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Gravitational Waves: Einstein's Legacy
Mar 05, 2016

Gravitational Waves (GW) were the last prediction of Albert Einstein’s theory of relativity. The first direct detection of gravitational waves was announced on 11 February by the Advanced Laser Interferometer Gravitational-Wave Observatory (LIGO). 

Using LIGO's twin giant detectors—one in Livingston, Louisiana, and the other in Hanford, Washington—researchers measured ripples in space-time produced by a collision between two black holes. This is the first major detection by LIGO experiments after more than a decade in operation. The new discovery is truly incredible science and marks three milestones for physics:

1. Direct detection of gravitational waves.

2. The first detection of a binary black hole system.

3. The most convincing evidence to date that nature’s black holes are the objects as predicted by Einstein’s theory. 

• According to Newtonian physics, gravity is a force which makes two bodies with mass attracts each other. 

• Einstein in the year 1915, with his radical General theory of relativity, gave a complete new perspective of gravity. 

• The concept is mathematical and quite sophisticated, but can be defined simply as “Gravity is not a force as such, but a curvature caused in the spacetime fabric due to the presence of an object with mass.”

The denser the mass is, the greater the curvature of spacetime. As objects with mass move around in spacetime, the curvature also changes to the trail of the moving masses. At times, accelerating objects generate changes in this curvature, which propagate outwards in a wave-like manner. These propagating phenomena are known as gravitational waves. These are outflowing fluctuations of expanding and contracting space time. Not all movements create Gravitational waves; you need to change the Quadrupole moment of a mass distribution. It means motion should not be perfectly spherically symmetric or cylindrically symmetric.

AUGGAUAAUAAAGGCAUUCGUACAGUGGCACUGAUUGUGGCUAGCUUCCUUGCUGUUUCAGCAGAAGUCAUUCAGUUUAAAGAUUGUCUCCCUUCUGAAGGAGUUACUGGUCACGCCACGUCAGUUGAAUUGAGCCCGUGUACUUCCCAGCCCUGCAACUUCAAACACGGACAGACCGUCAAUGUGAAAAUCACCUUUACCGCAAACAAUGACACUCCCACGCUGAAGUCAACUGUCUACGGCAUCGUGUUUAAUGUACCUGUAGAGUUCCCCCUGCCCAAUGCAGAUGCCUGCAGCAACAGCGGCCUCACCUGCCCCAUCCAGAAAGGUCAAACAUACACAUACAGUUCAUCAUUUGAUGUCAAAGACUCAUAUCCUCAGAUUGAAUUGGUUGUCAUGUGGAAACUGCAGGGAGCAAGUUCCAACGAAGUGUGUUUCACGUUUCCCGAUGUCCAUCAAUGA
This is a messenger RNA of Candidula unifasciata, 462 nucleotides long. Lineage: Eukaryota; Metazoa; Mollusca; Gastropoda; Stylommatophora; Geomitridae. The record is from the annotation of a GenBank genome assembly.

• LIGO have detected signals of gravitational waves from two merging black holes 1.3 billion years ago! 

• These G-waves propagate at the speed of light, unlike the Newtonian gravity which propagates at infinite speed. 

• This speed limit comes from the fact that speed of light is built into Einstein’s field equations. Therefore, for all massless things this is the ultimate speed limit. 

• Since G-waves are distortions in spacetime, if it passes through a free standing body, the body may experience rhythmic stretching or shortening, without an unbalanced external force! 

• There is one entity that is absolute, a universal constant—the speed of light ‘c’, LIGO uses this property of Light (using LASERs) to measure minute changes in the spacetime continuum. 

• The precision that LIGO requires for this kind of detection can be compared to measuring the distance between Milky Way and Andromeda galaxy (2.5 million Light years away) to the scale of the width of a hair.     

Gravity, being a very very weak force, when compared to nuclear force or electrostatic force, one needs really really massive object or something accelerating at a high rate to have G-waves capable of being detected. Gravitational waves carry energy away from their sources and, in the case of orbiting bodies, this is associated with an inspiral or decrease in orbit. Higher acceleration generates powerful gravitational waves, since these huge systems generating G-waves are millions of light years away; the power that reaches on earth is minuscule.

The historic detection of gravitational waves will open up new frontier for understanding of universe. This discovery is sure to usher a new era in Gravitational wave astronomy and will enable us in finding answers to fundamental questions on the origin of the universe, on how a primordial singularity Big Banged into the vast vistas of the cosmos.

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